Arguably the best Star Wars RPG is expecting its remake in the hands of professionals.

Knights of the Old Republic (KOTOR) is a game that slowly approaches its twentieth anniversary. A game with truly Star Wars-y story, epic battle between good and evil, Jedi and Sith, millennia before the rise of Darth Vader. A game where choices matter in a tangible way, impacting your progress towards the Light or Dark Side. A game with fully-voiced amazing characters and great atmosphere created by the beautiful music and visuals.

Except perhaps now the visuals and some elements of the interface may seem outdated, especially to new players. That, among others, may be a good enough reason to attempt what Lucasfilm Games and Aspyr studios are planning to do now.

Much To Remake

Perhaps you remember the KOTOR remake attempt from a few years ago by Apeiron. That project was entirely fan-made and did not make it into its final stages. This time, the KOTOR remake is officially backed by Lucasfilm Games. The people in charge are Orion Kellogg, executive producer at Lucasfilm Games, and Ryan Treadwell, lead producer at Aspyr. Aspyr is the studio that already has a couple of old Star Wars remakes behind its belt: namely Star Wars Racer, Jedi Outcast and Jedi Academy. These however were just restored so that they could be played on contemporary platforms. KOTOR seems to promise something more.

The first thing that crosses any true fan’s mind is: “But if you do a remake, will it be different from ‘my’ KOTOR? Do I even want to see this?” What dissuades such fears is the attitude both lead personalities have. They seem to be fully aware of this problem, and the fact that they have a deep personal relationship to the original could be the best guarantee that they are going to handle their work with care. If you ask Orion Kellogg about KOTOR and in his first sentence, he starts reminiscing standing amongst the skyscrapers on Taris for the first time, you know that something is being done right.

So What’s Different?

What changes is KOTOR Remake going to bring then? Aside from graphics, the developers have betrayed that they are re-recording the voice lines and expanding some previous options in a way to better fit the gameplay experience. Jennifer Hale (Bastila Shan) has been confirmed to return, as are “some other familiar voices” – which however implies that some may not come back.

I guess most fans can deal with having random NPCs speak in a different voice (but Gorton Colu? “The evil walks amongst us! The enemy is here!”), but the voices of the more memorable characters are as important to the game as the overall atmosphere. Some returns are almost given – not having Kristoffer Tabori reprise his role as HK-47 would be a blasphemy, same goes for Cat Taber and Mission Vao. But even the rest of major NPCs are rather iconic and the question is, how is the game going to handle this – and even when getting the old actors back, one has to keep in mind that they are going to be two decades older than they were when recording the original game! The soundscape also better stay similar enough – and the music better remain the same for ninety percent of the time.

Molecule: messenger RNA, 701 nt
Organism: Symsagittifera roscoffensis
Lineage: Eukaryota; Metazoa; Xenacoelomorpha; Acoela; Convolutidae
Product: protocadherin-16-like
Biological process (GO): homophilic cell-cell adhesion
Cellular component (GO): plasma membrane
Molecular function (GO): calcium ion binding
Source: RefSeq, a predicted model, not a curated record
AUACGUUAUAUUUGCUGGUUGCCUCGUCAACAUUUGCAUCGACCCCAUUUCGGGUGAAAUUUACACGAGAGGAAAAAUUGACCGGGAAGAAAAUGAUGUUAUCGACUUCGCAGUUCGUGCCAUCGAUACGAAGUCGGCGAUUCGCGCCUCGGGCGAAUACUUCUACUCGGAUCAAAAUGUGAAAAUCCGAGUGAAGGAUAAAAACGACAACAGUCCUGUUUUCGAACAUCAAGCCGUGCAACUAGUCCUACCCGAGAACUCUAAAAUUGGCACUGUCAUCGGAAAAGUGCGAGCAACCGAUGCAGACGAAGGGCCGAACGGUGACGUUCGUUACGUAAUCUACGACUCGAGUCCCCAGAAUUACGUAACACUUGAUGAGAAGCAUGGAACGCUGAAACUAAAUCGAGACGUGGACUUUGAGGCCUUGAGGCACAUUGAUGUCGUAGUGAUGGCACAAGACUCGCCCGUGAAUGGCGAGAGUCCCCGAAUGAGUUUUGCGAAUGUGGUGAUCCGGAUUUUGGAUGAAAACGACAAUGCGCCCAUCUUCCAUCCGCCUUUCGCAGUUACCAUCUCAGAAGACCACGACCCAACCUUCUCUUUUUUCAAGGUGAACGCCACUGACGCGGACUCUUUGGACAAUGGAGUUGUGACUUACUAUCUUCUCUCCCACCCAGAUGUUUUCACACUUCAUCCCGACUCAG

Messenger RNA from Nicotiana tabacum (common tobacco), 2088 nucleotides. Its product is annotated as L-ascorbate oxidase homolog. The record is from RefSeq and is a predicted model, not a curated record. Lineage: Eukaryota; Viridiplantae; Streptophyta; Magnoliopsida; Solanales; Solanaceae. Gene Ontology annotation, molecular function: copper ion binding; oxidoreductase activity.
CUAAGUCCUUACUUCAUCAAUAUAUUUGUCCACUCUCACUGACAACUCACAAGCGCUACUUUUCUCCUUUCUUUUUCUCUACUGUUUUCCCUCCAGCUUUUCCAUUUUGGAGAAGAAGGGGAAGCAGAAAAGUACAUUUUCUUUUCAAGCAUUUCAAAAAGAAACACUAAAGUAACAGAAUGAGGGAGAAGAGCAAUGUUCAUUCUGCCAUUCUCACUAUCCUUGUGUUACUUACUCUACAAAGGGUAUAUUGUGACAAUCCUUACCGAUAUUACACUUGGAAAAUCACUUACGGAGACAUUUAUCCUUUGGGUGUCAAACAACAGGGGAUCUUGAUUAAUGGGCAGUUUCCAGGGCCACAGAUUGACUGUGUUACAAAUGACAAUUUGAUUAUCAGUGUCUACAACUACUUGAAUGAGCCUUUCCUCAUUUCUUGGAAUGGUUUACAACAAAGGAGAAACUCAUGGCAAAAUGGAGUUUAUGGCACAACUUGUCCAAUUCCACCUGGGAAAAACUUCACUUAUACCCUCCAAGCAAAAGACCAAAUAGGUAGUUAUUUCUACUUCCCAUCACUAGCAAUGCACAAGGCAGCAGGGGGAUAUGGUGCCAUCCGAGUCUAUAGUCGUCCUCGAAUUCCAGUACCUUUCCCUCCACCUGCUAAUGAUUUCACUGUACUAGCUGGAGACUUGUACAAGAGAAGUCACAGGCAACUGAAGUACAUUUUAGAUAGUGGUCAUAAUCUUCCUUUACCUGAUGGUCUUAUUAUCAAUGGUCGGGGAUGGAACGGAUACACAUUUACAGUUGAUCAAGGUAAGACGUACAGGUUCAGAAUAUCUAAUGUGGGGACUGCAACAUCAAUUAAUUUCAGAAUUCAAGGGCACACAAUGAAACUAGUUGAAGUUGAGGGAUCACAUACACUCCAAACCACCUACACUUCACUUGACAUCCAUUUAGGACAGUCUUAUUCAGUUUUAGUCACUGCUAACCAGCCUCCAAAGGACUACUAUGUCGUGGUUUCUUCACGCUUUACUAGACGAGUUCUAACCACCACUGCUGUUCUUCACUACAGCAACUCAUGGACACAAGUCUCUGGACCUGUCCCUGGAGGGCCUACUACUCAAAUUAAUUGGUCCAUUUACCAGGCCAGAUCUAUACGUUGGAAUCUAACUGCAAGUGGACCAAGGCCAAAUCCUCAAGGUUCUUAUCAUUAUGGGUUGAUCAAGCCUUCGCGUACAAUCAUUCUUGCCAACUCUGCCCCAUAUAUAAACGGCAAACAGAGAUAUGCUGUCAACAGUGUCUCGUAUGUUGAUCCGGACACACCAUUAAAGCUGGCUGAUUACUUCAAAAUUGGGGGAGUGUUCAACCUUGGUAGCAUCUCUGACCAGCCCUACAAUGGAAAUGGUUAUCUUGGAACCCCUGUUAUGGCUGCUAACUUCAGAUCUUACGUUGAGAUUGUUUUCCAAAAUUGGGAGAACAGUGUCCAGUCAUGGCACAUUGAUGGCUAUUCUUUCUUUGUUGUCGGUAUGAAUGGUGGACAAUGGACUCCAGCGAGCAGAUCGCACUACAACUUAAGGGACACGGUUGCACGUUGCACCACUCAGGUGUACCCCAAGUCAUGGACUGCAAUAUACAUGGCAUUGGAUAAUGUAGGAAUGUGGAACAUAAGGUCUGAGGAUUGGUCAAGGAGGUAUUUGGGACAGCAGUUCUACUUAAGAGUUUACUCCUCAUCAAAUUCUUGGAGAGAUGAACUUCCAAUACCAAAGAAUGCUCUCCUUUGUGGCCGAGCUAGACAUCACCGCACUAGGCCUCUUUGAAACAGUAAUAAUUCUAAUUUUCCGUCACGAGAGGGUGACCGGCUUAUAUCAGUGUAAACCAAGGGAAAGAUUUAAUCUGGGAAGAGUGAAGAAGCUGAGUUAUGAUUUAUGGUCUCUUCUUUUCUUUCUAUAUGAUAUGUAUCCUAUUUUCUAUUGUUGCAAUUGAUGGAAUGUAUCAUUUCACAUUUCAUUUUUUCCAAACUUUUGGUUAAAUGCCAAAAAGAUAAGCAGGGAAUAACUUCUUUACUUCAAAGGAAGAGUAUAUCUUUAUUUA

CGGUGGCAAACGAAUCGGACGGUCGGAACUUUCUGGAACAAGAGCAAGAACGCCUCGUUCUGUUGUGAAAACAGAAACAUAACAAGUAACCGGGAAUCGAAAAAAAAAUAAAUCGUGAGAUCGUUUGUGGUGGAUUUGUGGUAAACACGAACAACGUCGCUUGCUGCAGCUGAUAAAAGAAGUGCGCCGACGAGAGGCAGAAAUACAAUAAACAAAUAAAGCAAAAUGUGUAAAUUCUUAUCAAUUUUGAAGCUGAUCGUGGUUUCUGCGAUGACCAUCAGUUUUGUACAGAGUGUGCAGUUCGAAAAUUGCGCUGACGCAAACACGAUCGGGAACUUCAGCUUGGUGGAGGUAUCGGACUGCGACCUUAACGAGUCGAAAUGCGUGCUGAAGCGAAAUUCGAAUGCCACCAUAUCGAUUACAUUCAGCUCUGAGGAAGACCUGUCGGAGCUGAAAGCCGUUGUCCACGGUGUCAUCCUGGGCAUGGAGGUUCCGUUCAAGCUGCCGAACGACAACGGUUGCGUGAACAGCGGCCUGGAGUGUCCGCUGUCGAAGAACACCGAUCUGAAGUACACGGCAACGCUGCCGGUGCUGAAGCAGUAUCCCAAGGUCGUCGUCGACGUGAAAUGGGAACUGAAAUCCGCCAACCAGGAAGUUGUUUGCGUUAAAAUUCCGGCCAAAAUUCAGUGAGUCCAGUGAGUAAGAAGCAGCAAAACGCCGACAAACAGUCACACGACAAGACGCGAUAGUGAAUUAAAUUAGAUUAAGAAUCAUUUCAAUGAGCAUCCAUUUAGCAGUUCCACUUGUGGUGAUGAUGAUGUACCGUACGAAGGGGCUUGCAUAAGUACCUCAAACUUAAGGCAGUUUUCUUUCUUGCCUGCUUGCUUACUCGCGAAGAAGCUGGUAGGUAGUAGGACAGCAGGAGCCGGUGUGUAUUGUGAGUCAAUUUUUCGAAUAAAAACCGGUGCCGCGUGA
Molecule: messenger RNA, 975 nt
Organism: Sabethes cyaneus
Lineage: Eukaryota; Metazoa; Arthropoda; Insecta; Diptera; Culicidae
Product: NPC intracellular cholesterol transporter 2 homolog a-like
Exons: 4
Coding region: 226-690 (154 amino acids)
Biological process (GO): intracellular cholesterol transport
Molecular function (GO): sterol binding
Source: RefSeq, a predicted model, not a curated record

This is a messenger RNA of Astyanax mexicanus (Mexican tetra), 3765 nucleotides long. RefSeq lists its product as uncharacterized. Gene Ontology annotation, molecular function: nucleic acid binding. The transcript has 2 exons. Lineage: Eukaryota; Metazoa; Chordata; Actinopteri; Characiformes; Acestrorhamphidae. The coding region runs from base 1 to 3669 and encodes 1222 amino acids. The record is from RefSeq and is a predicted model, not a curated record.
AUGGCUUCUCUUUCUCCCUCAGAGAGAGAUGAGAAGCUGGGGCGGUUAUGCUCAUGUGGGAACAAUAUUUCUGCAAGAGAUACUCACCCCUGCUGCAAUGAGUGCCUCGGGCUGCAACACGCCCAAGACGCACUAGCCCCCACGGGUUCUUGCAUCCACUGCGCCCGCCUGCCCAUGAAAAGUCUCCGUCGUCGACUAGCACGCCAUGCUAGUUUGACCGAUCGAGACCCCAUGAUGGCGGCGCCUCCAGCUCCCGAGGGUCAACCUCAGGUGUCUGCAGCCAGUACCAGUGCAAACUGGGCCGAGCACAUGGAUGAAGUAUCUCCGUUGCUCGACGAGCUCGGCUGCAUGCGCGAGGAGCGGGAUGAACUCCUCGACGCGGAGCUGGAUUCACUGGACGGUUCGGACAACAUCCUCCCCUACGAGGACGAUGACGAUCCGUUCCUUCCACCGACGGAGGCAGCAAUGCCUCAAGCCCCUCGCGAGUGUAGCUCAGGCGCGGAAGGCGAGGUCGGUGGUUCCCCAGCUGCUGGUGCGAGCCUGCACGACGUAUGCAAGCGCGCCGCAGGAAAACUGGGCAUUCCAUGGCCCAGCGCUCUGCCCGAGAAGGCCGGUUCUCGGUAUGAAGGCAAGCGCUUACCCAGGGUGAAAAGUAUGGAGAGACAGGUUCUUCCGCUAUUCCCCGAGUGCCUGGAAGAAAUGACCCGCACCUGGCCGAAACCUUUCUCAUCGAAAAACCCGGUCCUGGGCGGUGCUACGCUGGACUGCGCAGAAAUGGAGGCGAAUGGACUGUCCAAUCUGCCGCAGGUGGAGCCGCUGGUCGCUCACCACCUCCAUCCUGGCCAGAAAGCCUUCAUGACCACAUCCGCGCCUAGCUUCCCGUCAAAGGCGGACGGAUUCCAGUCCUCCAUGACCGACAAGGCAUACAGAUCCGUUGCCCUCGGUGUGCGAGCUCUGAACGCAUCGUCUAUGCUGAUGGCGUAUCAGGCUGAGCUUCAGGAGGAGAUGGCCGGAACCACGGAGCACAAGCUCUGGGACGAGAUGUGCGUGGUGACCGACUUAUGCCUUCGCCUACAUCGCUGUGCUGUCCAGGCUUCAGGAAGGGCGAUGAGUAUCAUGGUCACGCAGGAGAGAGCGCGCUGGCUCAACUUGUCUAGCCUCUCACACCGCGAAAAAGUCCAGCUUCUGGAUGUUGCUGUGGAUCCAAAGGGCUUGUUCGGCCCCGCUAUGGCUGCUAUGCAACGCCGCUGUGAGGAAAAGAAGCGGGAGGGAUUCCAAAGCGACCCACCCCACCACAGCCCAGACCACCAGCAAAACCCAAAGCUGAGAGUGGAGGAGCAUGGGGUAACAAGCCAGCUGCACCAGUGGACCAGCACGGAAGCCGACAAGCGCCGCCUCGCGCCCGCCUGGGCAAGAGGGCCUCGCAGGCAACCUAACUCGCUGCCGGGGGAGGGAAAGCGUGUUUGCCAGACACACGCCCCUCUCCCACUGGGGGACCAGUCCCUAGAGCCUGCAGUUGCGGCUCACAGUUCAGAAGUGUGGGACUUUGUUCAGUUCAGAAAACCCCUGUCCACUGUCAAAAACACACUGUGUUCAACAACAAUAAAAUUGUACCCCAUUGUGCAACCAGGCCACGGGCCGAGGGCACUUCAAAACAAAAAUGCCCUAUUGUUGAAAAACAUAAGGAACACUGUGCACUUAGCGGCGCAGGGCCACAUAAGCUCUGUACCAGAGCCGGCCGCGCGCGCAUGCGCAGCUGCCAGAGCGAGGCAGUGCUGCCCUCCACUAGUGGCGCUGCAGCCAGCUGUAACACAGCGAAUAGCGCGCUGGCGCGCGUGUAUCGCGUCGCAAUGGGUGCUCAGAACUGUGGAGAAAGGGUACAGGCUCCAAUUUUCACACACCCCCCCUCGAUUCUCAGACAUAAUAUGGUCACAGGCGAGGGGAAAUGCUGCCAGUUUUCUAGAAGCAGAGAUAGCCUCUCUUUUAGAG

It is clear that KOTOR Remake won’t quite be KOTOR, but it is good enough if it is a “new generation KOTOR”. One can see this idea manifest in the first (so far basically contentless) trailer (below), where the way Revan draws their lightsaber is clearly made to be reminiscent of Kylo Ren as a figure familiar to contemporary audience. (This makes things go full-circle, as Kylo Ren’s aesthetic was undeniably partly inspired by the look of Revan.) The developers’ often-repeated mantra is to bring the game to the next generation of players while making it feel as impactful as it felt to the first players two decades ago. According to Ryan Treadwell, KOTOR was a revolution in storytelling and they intend to capitalise on that.

Remake Our Pazaak!

The remake can sure do much good if done properly. Some tiny bumps can be polished up, some bits od dialogue rephrased or expanded, some quests or venues broadened in their scope. What one can think of immediately is fixing some loose ends, such as the Genoharadan subplot or the problematic possibility that the player might lock themselves for example out of Kashyyyk if they progress the story too fast. The minigames of swoop racing, starship fighting (the nightmare of many a player) and perhaps even Pazaak could be upped to today’s standards. The stories of Sasha or Dustil could be given a more detailed closure. The same-sex romance with Juhani that remained unfinished in the original game could be completed. These are fixes surely nobody would object to. Similarly, a reasonable developer won’t even think about changing the most iconic moments, even if they are minor, such as Calo Nord’s “One… Two…” scene.

The rest remains on the developers’ good sense. Fortunately, as by their own words, they keep in touch with the original KOTOR devs and discuss the reasons for why things were done the way they were. Understanding the “building blocks” of the original, not just in terms of programming but also in terms of intent, combined with love for the story and the desire to do it justice are probably the best thing you can ask from a developer.

KOTOR Remake is planned to launch on PlayStation5 and also on PC. The date of release has not been announced yet.